coffeefloatnescafe

It seems I’m the only one in the family who would pick up a Nescafe 3-in-1 coffee sachet like its the last thing on earth I would do. I’m exaggerating but that opening statement describes my dislike for any commercialized 3-in-1 coffee. I don’t know how many of those Nescafe 3-in-1 sachets my family consumes every month. 2% of the time I would drink it if my options for getting a hot drink at home was lesser.

Next to powdered flavor fruit drink and soft drinks (another term for soda here), it’s probably the most popular staple drink in the Philippines. I remember when my Canadian ex-boyfriend first came here to the Philippines he was always asking for brewed coffee at some budget inns he stayed in. I wasn’t a fan of instant coffee either but it was irritating hearing his complaints about the not so locally popular brewed coffee day by day.

The ingredients listed at the back of an instant coffee sachet is enough deterrent for me. Instant coffee is too sweet and more than once I swear I could taste some corn-ish stuff in it. I don’t know what ingredient gives it that corn-ish taste for me. However, I have tried the Nescafe 3-in-1 coffee in Malaysia in the same packaging but it had less sugary taste compared to its Philippine version. It’s probably because of Malaysia’s halal dietary laws.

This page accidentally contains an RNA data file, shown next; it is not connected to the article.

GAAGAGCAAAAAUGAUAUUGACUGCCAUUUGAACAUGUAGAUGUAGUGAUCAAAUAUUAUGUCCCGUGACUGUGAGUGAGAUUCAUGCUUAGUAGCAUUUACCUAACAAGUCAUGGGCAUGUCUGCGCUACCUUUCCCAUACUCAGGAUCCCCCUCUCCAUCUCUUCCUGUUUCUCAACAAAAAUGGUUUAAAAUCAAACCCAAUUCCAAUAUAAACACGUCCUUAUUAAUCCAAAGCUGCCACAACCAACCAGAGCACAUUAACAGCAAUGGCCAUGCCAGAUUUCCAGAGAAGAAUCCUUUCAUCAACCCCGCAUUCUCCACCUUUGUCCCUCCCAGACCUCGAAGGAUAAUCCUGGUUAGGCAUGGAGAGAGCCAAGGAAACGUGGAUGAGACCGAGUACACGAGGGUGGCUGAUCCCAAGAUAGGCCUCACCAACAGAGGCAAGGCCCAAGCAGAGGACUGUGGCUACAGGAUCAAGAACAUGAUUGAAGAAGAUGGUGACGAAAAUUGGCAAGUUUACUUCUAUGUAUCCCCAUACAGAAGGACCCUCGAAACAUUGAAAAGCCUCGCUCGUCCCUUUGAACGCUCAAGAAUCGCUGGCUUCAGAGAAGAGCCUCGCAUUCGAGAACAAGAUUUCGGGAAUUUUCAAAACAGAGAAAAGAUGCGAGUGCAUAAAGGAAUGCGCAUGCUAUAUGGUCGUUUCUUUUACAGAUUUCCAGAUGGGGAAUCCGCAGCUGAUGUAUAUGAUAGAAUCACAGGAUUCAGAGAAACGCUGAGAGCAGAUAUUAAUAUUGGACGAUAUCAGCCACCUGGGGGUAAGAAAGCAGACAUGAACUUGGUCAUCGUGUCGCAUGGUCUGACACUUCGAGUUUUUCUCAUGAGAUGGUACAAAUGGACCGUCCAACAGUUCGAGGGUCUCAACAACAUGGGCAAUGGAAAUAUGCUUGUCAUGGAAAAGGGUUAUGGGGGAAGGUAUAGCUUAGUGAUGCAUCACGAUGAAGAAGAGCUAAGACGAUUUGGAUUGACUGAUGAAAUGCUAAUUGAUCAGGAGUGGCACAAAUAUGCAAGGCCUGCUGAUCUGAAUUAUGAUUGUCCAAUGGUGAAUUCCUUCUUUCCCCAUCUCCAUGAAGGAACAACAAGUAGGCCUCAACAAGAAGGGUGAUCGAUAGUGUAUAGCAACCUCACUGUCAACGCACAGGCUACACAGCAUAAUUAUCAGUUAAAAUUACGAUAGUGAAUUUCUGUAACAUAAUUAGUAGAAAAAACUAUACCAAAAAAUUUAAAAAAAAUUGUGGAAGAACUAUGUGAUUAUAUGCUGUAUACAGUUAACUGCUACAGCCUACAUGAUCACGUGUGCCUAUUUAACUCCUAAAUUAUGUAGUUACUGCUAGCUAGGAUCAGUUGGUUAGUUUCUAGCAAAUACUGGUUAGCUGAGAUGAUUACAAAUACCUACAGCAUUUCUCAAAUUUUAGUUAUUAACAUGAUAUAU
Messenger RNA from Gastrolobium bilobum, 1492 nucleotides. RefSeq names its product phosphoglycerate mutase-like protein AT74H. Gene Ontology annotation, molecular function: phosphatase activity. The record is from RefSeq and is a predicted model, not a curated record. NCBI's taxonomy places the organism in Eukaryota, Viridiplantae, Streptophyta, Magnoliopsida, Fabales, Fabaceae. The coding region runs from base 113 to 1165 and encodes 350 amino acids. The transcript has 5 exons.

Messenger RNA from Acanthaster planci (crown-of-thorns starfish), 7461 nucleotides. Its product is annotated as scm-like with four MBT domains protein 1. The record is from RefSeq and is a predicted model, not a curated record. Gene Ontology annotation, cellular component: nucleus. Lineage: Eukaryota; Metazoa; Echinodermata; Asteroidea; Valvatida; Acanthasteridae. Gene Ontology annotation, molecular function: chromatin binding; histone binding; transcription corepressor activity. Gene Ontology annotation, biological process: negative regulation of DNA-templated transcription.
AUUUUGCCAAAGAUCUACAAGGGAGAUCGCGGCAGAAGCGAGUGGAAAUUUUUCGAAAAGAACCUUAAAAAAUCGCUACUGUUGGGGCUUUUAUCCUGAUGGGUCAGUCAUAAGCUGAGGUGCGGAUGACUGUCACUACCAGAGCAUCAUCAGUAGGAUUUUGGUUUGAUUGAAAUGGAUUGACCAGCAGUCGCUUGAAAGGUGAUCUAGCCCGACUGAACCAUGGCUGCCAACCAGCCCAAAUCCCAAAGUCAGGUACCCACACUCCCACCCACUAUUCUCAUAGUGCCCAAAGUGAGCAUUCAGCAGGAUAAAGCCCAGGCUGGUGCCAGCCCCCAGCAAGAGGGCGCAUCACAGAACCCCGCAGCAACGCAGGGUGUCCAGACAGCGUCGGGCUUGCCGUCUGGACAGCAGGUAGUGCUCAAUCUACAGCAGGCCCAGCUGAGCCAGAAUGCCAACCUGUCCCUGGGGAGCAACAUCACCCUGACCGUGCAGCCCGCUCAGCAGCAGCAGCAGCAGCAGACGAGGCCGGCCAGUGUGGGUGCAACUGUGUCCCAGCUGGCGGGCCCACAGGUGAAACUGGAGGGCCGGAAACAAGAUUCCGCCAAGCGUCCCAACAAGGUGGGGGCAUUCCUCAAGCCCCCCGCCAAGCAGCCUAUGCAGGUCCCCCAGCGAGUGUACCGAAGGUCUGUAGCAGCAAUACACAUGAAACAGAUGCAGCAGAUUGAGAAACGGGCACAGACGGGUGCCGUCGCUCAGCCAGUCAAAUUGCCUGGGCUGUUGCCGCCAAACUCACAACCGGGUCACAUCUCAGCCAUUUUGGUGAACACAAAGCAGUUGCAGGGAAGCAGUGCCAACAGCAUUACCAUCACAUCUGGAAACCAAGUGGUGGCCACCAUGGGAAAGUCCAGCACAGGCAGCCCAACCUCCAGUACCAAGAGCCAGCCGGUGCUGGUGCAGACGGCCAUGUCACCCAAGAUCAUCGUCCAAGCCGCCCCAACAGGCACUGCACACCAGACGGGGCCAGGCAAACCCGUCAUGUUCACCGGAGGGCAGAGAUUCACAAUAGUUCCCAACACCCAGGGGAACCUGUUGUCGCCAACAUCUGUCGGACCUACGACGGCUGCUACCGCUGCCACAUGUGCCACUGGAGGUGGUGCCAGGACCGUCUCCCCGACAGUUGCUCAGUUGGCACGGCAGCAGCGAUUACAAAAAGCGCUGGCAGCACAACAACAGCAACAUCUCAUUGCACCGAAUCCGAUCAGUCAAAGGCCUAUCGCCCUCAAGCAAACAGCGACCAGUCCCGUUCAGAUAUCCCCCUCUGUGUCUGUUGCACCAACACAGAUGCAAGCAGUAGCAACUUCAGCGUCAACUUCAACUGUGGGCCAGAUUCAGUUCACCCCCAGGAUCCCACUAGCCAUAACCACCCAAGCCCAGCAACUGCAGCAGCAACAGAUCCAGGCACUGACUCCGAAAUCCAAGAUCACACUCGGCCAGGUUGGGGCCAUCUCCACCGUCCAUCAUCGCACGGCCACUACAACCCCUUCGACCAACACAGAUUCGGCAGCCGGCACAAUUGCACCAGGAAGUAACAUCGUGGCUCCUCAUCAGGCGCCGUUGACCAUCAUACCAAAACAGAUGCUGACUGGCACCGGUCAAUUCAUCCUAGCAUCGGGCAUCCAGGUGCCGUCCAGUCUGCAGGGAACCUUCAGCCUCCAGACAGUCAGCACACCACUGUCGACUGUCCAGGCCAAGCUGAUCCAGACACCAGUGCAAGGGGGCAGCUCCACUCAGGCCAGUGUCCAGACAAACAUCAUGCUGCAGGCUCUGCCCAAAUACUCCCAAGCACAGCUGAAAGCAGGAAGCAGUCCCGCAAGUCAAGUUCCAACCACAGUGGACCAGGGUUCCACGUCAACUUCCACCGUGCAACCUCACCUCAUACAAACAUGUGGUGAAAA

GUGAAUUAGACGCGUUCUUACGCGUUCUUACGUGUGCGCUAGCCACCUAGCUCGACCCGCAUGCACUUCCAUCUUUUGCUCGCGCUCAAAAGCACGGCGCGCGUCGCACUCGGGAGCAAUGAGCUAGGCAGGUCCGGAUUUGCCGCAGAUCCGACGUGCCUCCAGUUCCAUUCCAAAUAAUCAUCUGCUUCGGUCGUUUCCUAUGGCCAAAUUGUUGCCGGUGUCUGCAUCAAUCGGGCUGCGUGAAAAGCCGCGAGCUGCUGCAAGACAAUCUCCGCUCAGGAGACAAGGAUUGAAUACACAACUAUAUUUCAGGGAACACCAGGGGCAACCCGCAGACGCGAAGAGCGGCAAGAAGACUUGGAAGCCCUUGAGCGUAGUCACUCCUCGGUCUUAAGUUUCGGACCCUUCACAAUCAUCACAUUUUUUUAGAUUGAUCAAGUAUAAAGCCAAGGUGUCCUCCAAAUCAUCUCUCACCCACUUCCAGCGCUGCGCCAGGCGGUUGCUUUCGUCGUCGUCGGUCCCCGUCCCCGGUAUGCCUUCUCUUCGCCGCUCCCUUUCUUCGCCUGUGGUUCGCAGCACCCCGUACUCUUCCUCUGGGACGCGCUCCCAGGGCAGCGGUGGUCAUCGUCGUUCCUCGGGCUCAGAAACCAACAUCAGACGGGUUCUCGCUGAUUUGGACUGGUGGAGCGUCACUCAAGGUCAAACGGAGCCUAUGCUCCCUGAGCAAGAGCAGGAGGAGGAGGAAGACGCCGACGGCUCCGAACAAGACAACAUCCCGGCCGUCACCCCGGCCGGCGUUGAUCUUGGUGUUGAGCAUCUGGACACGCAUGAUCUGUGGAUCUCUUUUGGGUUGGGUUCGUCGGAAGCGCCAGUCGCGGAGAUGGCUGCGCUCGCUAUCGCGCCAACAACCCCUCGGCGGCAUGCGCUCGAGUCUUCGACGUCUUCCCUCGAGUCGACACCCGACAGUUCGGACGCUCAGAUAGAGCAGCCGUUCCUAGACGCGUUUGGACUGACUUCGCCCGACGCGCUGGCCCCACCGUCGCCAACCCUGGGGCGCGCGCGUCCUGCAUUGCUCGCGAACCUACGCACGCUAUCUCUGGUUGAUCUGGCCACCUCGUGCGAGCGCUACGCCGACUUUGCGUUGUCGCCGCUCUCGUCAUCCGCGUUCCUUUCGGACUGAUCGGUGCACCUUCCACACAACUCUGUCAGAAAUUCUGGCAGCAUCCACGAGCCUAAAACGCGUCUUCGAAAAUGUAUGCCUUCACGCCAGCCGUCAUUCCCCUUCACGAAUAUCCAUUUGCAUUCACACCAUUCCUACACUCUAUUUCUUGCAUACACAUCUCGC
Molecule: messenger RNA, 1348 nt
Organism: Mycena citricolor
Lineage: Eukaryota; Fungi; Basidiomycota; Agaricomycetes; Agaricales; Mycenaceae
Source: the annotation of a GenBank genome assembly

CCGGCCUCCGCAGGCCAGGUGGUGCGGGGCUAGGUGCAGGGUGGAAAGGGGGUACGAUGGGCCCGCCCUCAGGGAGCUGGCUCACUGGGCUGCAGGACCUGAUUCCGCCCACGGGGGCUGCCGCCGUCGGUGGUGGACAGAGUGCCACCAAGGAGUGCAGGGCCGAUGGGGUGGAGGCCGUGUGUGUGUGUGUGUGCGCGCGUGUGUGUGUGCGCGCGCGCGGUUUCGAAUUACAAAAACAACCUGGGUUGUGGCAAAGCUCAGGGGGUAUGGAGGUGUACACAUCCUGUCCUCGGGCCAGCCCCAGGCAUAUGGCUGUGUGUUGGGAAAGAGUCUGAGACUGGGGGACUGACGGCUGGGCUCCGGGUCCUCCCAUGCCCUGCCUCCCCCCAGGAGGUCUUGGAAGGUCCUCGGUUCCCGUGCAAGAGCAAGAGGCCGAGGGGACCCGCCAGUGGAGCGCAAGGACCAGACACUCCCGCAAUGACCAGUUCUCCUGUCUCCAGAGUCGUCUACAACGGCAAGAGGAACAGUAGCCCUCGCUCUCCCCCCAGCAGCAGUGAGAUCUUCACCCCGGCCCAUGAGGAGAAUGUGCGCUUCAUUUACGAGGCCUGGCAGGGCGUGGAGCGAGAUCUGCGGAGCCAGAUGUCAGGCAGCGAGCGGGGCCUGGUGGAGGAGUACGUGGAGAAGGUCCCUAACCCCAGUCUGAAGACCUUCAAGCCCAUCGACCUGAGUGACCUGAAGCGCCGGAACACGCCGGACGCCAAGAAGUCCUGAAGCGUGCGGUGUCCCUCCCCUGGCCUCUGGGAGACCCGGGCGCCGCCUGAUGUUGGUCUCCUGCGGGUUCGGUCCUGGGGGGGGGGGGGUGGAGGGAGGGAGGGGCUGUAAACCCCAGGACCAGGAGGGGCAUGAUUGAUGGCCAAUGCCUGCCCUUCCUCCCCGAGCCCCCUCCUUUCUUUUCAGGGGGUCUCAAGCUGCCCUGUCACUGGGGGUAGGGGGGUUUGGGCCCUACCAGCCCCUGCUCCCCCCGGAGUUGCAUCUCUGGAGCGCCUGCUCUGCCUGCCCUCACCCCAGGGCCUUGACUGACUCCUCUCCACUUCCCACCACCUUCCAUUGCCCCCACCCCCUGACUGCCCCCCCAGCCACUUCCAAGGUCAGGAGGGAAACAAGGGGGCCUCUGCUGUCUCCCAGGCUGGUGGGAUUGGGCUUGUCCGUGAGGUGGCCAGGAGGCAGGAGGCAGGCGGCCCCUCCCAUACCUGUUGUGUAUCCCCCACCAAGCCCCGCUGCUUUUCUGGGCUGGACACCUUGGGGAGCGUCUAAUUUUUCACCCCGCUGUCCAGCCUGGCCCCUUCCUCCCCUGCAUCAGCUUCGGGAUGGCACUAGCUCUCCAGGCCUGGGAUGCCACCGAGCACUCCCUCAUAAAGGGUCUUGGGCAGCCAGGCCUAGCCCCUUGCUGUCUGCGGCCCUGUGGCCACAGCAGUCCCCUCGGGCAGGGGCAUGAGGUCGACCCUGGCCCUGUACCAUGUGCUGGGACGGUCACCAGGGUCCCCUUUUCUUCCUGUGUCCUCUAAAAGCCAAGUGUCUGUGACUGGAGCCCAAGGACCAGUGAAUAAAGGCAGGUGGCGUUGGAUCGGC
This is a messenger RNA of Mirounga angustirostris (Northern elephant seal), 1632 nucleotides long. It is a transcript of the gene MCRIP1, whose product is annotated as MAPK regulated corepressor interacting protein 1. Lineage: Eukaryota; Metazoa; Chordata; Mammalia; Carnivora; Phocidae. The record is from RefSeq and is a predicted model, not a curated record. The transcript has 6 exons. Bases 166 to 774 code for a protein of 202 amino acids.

I do love the coffee float at McDonald’s though. They use brewed Arabica coffee topped with soft serve sundae and a bit of chocolate fudge in it. I don’t know what’s worst ingredient-wise – the instant coffee or the coffee float. For me coffee float redeems itself by using brewed Arabica coffee and despite the mix of sundae and chocolate fudge, the taste of Arabica overpowers both. I have tasted hot brewed Arabica coffee by itself but it’s too strong for me it keeps me lucid for more than 12 hours after ingesting it.

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